Picking up the House story, we go back to the week of 10-13 September, when Senate action was coming to a climax:
An afternoon visit with Representative Udall allowed me to tell the story of the week, and I emphasized the distance between an aide and a Senator and the latter's reversal. I showed them the Senate agenda item, and then asked him, "Would you see your way to crafting a good bill with 2-300,000 acres additional?" Udall replied that the problem would be subcommittee chairman Taylor who would not want any controversy. If there were only one amendment with no policy change, probably o.k. If, that is, its on the quiet. I asked about spending some time on this, with hearings in early 1974. Udall said o.k. Later, his aide, Bracy, wanted me to believe he knew what would happen in the Senate; it would never have gone against conservationists.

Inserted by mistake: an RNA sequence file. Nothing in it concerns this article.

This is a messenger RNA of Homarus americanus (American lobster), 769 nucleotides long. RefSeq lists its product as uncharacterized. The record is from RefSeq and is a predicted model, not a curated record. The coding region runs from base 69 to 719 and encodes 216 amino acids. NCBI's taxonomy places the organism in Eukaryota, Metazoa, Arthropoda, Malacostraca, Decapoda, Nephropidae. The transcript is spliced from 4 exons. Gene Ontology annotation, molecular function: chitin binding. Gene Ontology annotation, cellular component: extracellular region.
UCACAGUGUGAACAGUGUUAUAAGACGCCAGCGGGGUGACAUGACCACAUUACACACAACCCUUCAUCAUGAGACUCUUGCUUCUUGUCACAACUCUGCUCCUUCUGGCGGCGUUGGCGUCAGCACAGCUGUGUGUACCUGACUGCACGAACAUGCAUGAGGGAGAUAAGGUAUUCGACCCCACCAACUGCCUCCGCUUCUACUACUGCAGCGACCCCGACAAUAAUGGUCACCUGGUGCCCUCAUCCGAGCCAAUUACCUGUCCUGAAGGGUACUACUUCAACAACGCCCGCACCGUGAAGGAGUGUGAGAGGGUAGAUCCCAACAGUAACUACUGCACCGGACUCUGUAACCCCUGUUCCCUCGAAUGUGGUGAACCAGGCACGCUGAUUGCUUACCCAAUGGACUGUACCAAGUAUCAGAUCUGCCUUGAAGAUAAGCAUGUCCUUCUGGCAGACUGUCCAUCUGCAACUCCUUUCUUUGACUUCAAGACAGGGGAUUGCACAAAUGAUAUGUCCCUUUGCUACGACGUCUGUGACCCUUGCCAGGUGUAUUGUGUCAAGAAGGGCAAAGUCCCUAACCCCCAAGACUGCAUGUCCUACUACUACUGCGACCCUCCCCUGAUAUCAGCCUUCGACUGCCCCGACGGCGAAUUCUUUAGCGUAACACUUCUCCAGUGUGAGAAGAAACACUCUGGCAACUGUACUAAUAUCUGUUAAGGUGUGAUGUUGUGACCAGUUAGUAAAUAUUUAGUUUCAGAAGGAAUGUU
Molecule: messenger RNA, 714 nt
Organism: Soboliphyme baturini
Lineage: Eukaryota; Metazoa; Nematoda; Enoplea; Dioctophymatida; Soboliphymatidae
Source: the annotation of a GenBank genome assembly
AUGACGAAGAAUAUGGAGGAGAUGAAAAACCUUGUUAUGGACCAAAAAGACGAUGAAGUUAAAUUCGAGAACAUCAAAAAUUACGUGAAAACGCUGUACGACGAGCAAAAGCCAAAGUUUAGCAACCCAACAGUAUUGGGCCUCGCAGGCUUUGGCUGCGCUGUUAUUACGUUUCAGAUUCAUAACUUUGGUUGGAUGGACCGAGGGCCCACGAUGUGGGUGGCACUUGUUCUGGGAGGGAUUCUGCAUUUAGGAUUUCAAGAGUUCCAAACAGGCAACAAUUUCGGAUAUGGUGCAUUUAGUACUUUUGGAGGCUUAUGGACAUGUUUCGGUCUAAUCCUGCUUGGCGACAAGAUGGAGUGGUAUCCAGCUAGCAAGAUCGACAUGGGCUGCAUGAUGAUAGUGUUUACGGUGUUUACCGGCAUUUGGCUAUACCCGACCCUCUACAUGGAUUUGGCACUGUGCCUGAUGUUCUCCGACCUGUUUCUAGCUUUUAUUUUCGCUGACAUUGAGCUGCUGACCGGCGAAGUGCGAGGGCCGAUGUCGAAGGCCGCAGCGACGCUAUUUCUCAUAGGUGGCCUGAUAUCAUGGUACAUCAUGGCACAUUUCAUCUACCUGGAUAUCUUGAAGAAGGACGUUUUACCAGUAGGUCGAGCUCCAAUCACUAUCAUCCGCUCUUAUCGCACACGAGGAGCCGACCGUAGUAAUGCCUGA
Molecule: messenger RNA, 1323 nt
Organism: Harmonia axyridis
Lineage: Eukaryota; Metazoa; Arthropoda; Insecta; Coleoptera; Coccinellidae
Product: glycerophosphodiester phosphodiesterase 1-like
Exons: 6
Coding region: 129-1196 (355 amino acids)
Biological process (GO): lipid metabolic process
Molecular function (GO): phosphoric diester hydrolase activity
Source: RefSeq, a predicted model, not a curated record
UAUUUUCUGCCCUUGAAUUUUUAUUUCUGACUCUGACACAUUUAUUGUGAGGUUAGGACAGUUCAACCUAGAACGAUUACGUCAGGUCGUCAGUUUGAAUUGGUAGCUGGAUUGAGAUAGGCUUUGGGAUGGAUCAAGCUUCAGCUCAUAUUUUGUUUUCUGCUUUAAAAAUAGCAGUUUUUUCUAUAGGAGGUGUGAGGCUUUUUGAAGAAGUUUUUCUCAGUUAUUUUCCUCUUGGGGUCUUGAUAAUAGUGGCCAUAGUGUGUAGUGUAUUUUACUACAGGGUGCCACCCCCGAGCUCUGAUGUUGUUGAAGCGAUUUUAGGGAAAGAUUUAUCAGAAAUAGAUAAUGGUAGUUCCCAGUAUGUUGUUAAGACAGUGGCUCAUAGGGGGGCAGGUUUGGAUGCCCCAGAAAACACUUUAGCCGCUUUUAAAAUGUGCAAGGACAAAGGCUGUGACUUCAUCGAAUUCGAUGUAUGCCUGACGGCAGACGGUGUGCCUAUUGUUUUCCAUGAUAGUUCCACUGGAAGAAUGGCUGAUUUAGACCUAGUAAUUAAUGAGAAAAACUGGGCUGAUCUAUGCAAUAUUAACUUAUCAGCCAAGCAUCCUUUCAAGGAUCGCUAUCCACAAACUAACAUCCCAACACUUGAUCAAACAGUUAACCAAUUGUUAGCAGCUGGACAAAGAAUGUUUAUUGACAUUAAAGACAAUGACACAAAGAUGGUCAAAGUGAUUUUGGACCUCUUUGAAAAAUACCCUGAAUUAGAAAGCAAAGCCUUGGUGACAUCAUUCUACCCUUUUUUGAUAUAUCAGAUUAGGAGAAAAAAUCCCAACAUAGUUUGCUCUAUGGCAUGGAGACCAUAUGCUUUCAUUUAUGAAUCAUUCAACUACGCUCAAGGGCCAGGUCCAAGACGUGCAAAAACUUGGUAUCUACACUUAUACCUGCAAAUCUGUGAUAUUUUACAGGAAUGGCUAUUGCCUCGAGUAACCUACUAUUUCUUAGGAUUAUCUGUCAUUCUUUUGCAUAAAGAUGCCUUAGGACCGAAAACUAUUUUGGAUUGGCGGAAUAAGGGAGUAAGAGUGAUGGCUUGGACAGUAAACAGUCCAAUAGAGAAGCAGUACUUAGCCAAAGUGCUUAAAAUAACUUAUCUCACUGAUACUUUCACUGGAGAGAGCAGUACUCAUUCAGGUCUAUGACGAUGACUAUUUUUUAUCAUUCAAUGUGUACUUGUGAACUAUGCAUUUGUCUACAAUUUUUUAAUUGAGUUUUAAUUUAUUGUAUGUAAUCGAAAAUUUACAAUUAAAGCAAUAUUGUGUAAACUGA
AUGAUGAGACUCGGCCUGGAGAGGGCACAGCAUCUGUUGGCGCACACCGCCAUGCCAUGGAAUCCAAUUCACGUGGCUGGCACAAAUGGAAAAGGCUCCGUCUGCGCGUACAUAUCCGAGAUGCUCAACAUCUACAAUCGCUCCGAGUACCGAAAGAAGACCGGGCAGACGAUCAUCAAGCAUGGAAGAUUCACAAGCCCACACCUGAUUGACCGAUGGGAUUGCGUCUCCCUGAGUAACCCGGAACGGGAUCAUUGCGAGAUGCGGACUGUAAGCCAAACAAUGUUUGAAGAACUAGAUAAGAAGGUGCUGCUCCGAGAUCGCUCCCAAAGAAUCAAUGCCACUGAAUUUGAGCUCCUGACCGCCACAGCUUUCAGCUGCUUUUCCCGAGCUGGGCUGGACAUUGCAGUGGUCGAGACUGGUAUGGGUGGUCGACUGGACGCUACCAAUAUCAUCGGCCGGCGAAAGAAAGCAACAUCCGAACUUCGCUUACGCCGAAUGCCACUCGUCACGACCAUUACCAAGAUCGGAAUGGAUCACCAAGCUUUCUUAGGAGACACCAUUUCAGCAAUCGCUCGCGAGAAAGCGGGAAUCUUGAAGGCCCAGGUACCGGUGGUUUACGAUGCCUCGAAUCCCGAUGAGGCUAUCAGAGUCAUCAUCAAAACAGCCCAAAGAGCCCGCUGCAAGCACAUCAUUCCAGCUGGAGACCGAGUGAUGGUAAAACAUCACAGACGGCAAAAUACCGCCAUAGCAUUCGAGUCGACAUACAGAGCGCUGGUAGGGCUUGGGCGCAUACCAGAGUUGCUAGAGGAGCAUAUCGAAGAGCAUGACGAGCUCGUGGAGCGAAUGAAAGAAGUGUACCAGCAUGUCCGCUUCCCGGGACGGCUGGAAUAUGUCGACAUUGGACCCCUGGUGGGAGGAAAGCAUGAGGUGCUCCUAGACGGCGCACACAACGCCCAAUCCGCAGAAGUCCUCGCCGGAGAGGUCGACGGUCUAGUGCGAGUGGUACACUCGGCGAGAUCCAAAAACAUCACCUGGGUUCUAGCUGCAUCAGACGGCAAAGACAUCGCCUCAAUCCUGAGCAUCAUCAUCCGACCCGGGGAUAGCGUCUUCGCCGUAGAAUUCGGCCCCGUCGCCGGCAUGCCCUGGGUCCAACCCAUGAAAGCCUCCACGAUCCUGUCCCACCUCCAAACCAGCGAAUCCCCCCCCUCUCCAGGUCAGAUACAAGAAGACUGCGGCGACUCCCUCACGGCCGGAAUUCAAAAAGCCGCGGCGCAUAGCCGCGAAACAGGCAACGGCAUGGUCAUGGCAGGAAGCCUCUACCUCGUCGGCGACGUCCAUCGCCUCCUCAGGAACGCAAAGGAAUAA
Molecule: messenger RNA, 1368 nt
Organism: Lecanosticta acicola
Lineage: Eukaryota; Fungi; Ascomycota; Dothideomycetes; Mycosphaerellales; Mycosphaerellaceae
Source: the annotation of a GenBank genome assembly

For Peters, minority staffer on the House Parks subcommittee, who was an optimist, I worked up an outline of what a good bill would have. First, fix some problems, like changing the start from Navajo Bridge to Lees Ferry, repealing the reclamation provision, adding park values to the study of Havasupai needs. Second, there should be a study of the entire new park for Wilderness. Third, we wanted additions: 23 kac along the river, 120 kac of side canyons, and 80 kac of rim country. Knowing that there was no way of getting an NPS recommendation for these, I suggested that NPS be quizzed about them during the hearing. Fourth, other protections were needed: no aircraft below the rim; jurisdiction over the entire river to NPS; protection of road corridors to Park; counter pressure by Tusayan developers to get Park water. Finally, there should be encouragement of tribal parks.